Tomas Young, Iraq War veteran and the main subject of the documentary, Body of War. On April 4, 2004, his fifth day in Iraq, Young’s unit came under fire in the Sadr City neighborhood of Baghdad. Young was left paralyzed, never to walk again. Released from medical care three months later, Young returned home to become an active member in Iraq Veterans Against the War. He recently announced that he will stop his nourishment, which comes in the form of liquid through a feeding tube — a decision which will hasten his death.
Phil Donahue, one of the best-known talk show hosts in U.S. television history, his show was on the air for more than 29 years. In 2002, he returned to the airwaves, but he was fired in 2003 on the eve of the war by MSNBC because he was allowing antiwar voices on the air. Along with Ellen Spiro, he directed the documentary, Body of War, which tells the story of Tomas Young, an Iraq War veteran paralyzed from a bullet to the spine. Now, at the age of 33, Tomas has decided to end his life.
Claudia Cuellar, the wife and primary caregiver of Tomas Young.
Iraq War veteran Tomas Young was left paralyzed in a 2004 attack in Iraq. Released from medical care three months later, Young returned home to become an active member in Iraq Veterans Against the War. He recently announced that he will stop his medicine and nourishment, which comes in the form of liquid through a feeding tube — a decision which will hasten his death. Joining us from his home in Kansas City, Young reads from his letter, "A Message to George W. Bush and Dick Cheney From a Dying Veteran." Young says to Bush and Cheney: "You may evade justice but in our eyes you are each guilty of egregious war crimes, of plunder and, finally, of murder, including the murder of thousands of young Americans — my fellow veterans — whose future you stole." Click here to watch part 1 of the interview. [includes rush transcript]
This is a rush transcript. Copy may not be in its final form.
AMY GOODMAN: We turn to another clip from Body of War of more voices from the floor of the Senate, the Senate roll call of yes votes authorizing the war in Iraq in 2002.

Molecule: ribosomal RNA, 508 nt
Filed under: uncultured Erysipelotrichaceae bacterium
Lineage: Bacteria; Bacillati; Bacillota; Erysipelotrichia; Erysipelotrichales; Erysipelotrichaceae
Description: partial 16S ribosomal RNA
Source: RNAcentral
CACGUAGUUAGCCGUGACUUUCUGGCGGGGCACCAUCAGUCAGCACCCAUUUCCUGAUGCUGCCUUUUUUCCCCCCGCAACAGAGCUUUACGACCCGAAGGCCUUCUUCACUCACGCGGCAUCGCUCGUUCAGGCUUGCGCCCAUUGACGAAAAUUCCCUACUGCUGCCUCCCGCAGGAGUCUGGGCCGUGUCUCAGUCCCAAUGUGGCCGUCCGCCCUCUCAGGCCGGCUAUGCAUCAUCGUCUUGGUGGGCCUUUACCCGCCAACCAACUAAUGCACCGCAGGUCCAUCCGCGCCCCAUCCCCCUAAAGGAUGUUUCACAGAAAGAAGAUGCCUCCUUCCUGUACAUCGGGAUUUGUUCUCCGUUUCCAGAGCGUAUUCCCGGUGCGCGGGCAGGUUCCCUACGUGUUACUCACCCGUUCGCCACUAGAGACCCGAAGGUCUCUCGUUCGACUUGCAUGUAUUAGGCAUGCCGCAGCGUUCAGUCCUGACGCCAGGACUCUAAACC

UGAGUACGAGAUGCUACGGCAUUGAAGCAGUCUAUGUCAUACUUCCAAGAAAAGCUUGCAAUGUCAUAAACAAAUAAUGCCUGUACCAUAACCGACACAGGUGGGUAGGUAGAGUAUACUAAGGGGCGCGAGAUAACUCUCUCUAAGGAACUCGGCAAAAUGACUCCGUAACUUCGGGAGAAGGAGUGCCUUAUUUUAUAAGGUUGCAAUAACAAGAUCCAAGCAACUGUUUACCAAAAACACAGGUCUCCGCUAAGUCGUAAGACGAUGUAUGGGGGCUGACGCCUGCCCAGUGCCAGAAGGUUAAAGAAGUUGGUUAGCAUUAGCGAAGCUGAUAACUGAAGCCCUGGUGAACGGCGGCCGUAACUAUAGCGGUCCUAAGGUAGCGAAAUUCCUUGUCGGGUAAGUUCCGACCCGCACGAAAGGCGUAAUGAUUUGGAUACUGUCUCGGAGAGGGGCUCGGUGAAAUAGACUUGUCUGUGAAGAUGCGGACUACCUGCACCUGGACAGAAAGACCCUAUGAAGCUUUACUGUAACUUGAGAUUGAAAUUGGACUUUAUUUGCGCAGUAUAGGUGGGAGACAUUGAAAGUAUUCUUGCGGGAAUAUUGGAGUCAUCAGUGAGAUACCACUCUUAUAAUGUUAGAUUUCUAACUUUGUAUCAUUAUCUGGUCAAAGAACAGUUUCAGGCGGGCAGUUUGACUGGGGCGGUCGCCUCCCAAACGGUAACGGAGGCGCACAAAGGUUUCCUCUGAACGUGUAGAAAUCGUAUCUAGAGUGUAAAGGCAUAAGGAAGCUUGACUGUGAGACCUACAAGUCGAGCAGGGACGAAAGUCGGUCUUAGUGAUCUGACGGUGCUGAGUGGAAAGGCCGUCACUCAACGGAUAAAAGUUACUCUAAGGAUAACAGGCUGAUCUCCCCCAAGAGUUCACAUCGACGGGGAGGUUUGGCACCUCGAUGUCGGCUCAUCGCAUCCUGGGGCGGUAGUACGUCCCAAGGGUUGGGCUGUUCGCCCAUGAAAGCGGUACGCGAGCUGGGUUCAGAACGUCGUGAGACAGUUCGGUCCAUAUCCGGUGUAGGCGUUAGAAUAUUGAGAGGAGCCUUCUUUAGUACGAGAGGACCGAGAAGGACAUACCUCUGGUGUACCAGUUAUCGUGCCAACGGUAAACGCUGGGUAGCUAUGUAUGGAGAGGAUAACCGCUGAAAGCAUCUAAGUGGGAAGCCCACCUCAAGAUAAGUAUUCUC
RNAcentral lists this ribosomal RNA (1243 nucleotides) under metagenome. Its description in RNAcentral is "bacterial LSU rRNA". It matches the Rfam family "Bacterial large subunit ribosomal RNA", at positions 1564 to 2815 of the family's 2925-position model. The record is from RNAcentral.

SEN. BILL NELSON: The threat posed by Iraq grows with each passing day.
SENATE ROLL CALL: Mr. Bayh, aye.
REP. JOSEPH PITTS: It’s a danger that grows every day.
SENATE ROLL CALL: Mr. Bennett, aye.
SEN. JOHN McCAIN: Each day that goes by, he becomes more dangerous.
SEN. MIKE DeWINE: More diabolical.
REP. JOSEPH PITTS: Every day, Saddam Hussein grows stronger.
SEN. JOHN McCAIN: His capabilities become better.
SENATE ROLL CALL: Mr. Biden, aye.
REP. JOSEPH PITTS: Every day, Saddam Hussein builds more chemical and biological weapons.
SEN. JOHN McCAIN: The longer we wait, the more dangerous he becomes.
SENATE ROLL CALL: Mr. Bond, aye. Mr. Breaux, aye. Mr. Brownback, aye. Mr. Bunning, aye. Mr. Burns, aye. Mr. Campbell, aye. Ms. Cantwell, aye. Mrs. Carnahan, aye. Mr. Carper, aye. Aye, aye, aye, aye.
SEN. ROBERT BYRD: Wait! Slow down! Don’t rush this through.
AMY GOODMAN: That was the late senator, West Virginia Senator Robert Byrd, as you hear the roll call of yes votes, from the film Body of War.
We come 10 years later, 10th anniversary of the war in Iraq. Tomas Young, Iraq War veteran, wounded April 4th, 2004, his fifth day in Iraq, shot in Sadr City, is now writing a letter on this 10th anniversary called "The Last Letter: A Message to George W. Bush and Dick Cheney From a Dying Veteran." Tomas, can you read some of your letter to the former president and vice president?
TOMAS YOUNG: Absolutely.
“I write this letter on the 10th anniversary of the Iraq War on behalf of my fellow Iraq veterans. I write this letter on behalf of the 4,488 soldiers and Marines who died in Iraq. I write this letter on behalf of the hundreds of thousands of veterans who have been wounded and on behalf of [those who bear those wounds. I am one of those.] I [am] one of the gravely injured. I am paralyzed in an insurgent ambush in 2004 in Sadr City. My life is coming to an end. I am living under hospice care.